Unquestioning groupthink is a Leftist hallmark, especially for blacks. Antonia Okafor details how she escaped from that intellectual prison.
If you haven’t yet heard, Norma McCorvey, the “Roe” in Roe v. Wade, died today. She came to fame as a rape victim who, claimed abortion proponents, should have been allowed an abortion. After the Supreme Court decision, McCorvey became an abortion rights activist.
McCorvey also made her life story public and a terrible life it was, one of poverty, abuse (including being raped as a child), broken marriages, sexual confusion, drugs, and alcohol. Faith finally saved her and, with that faith, she came to realize that human life has value.
Norma McCorvey spent the last two decades of her life campaigning for the pro-Life movement. That is, with age, wisdom, peace, and chemical detox, she abandoned the belief system she’d developed during a twisted, impoverished, chemically-altered, depressed, deeply abused youth.
The above is a very short precis of a complicated and consequential life. I may be wrong, but I think the trajectory that took her to the place at which she ended is just as important as the point from which she started. The New York Times does not agree with me.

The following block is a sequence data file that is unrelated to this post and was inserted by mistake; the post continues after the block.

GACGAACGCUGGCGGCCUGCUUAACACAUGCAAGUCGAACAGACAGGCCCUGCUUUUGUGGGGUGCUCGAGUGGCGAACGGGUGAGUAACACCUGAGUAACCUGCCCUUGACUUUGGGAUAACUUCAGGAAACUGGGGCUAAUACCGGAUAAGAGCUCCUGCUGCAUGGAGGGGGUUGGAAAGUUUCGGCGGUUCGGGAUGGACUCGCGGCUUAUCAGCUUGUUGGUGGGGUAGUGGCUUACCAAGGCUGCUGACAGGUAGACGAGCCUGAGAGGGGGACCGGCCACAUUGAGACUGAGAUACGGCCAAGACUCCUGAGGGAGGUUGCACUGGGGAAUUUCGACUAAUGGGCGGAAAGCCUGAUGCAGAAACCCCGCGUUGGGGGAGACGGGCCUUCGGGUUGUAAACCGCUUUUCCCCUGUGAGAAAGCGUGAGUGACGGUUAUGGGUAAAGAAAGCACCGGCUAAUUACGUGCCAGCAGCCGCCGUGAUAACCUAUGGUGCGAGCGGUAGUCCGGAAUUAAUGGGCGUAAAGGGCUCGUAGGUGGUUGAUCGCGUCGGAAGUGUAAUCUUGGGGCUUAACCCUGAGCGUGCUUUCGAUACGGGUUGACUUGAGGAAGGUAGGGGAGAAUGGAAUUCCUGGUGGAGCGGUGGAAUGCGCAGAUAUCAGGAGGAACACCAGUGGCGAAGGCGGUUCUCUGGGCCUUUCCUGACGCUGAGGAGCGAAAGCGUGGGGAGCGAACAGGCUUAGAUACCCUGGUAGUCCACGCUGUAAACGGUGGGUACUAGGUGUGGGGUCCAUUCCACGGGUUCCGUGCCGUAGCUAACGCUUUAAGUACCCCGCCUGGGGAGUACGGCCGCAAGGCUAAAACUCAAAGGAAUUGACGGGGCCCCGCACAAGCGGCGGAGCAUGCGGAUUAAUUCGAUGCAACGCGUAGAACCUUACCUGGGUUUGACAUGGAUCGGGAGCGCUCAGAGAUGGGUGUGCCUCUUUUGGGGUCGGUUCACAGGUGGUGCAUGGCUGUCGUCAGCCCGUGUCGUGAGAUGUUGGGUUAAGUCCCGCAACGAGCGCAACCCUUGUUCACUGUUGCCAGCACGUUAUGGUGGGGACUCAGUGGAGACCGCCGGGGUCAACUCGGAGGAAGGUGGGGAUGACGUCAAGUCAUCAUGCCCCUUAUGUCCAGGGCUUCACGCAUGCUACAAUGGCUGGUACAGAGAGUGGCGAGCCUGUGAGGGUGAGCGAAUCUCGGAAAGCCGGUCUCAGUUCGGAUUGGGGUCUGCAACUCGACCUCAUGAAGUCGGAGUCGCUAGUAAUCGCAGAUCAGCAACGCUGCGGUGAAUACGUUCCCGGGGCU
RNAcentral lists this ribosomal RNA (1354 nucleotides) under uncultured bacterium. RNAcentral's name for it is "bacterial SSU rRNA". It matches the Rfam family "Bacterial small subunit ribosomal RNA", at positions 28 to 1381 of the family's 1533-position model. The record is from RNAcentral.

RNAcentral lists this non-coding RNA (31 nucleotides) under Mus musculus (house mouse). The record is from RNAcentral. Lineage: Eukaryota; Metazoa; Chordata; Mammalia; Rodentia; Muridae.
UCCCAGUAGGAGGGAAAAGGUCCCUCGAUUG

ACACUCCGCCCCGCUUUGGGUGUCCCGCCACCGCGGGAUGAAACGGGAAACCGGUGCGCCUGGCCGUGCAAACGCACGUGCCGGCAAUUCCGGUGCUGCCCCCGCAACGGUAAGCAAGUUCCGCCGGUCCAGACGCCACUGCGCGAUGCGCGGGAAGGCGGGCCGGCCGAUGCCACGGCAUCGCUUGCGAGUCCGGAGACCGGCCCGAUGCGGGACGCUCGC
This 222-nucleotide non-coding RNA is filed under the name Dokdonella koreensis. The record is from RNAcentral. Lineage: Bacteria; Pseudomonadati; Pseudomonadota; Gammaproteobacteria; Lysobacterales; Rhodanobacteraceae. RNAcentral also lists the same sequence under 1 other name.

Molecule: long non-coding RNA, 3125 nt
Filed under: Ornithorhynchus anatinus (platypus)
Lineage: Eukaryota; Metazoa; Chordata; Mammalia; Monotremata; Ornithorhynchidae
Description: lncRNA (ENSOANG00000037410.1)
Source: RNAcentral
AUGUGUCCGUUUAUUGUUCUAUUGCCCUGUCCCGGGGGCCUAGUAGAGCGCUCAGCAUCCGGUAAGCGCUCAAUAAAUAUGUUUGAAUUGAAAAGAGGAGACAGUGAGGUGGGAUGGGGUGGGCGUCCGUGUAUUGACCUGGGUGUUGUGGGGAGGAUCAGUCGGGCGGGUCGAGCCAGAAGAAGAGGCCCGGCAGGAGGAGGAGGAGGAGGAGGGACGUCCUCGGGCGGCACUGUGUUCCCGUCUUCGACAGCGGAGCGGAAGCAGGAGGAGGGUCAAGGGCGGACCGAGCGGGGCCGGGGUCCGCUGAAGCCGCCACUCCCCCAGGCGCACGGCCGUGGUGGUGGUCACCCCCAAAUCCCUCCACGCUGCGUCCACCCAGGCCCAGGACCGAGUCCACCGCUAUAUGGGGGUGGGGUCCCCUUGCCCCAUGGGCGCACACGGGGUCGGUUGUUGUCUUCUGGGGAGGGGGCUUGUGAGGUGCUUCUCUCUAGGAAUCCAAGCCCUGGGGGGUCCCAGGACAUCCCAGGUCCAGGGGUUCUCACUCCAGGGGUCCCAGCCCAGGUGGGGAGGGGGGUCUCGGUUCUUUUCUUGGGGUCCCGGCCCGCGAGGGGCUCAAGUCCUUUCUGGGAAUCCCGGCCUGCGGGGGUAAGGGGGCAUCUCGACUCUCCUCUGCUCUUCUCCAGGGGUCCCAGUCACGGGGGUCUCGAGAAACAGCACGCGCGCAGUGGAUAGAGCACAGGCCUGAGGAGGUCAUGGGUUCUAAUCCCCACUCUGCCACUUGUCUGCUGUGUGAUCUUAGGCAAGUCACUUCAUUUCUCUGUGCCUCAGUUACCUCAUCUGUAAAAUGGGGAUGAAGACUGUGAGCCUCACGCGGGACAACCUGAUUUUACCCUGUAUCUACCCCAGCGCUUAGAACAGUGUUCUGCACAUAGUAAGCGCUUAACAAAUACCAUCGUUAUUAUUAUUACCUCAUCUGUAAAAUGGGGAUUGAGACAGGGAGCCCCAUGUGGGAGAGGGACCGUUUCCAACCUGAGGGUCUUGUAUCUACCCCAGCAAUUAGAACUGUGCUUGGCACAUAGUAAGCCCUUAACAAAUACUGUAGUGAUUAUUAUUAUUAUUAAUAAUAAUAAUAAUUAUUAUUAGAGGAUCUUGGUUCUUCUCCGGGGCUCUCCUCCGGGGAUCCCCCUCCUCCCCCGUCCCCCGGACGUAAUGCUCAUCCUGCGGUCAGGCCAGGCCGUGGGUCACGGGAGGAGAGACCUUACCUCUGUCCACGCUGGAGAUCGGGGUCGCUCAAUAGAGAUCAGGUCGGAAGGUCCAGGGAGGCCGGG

If you’re wondering why I turned to the Times obituary for Norma McCorvey, I did it both because the Times often does obituaries very well and because I was curious about how the Times would cover McCorvey’s inconvenient ideological conversion. Perhaps if Margalit Fox had written the obituary, it might have been different, because she’s a genuine talent. The assignment, however, ended in a lesser writer’s hands.
The obituary is 41 paragraphs long, so you can assume that most readers will give up about 10 to 20 paragraphs in. Keep that in mind as you read the following, which briefly summarizes each paragraph’s contents. Also, to give you a visual sense about the Times’ heroic effort to downplay the fact that Norma McCorvey eventually found emotional peace in the pro-Life movement, I’ll highlight in red all of the references to the last twenty years of her life’s work. I’ve also included my own commentaries in square brackets.
Para. 1 — Identifies who Norma McCorvey was — a central figure in the divisive abortion debate — and announces her death at 69.
Para. 2 — Cause and location of death.
Para. 3 — 50 million legal abortions performed since 1973, although “although later court decisions and new state and federal laws have imposed restrictions.” [Bookworm here: This sentence implies that the pro-Life movement has significantly moved the dial at a judicial and legislative level. The reality is that Roe v. Wade itself imposed significant restrictions on abortion relating to the development of the fetus: in the first trimester, the woman controls completely; in the second, there’s a balancing act; and in the third, the state has the greatest interest. Later decisions did away with that. No statute has successfully returned abortion to the original Roe v. Wade limitations.] In the same paragraph, the author states “abortions have declined with the wide use of contraceptives.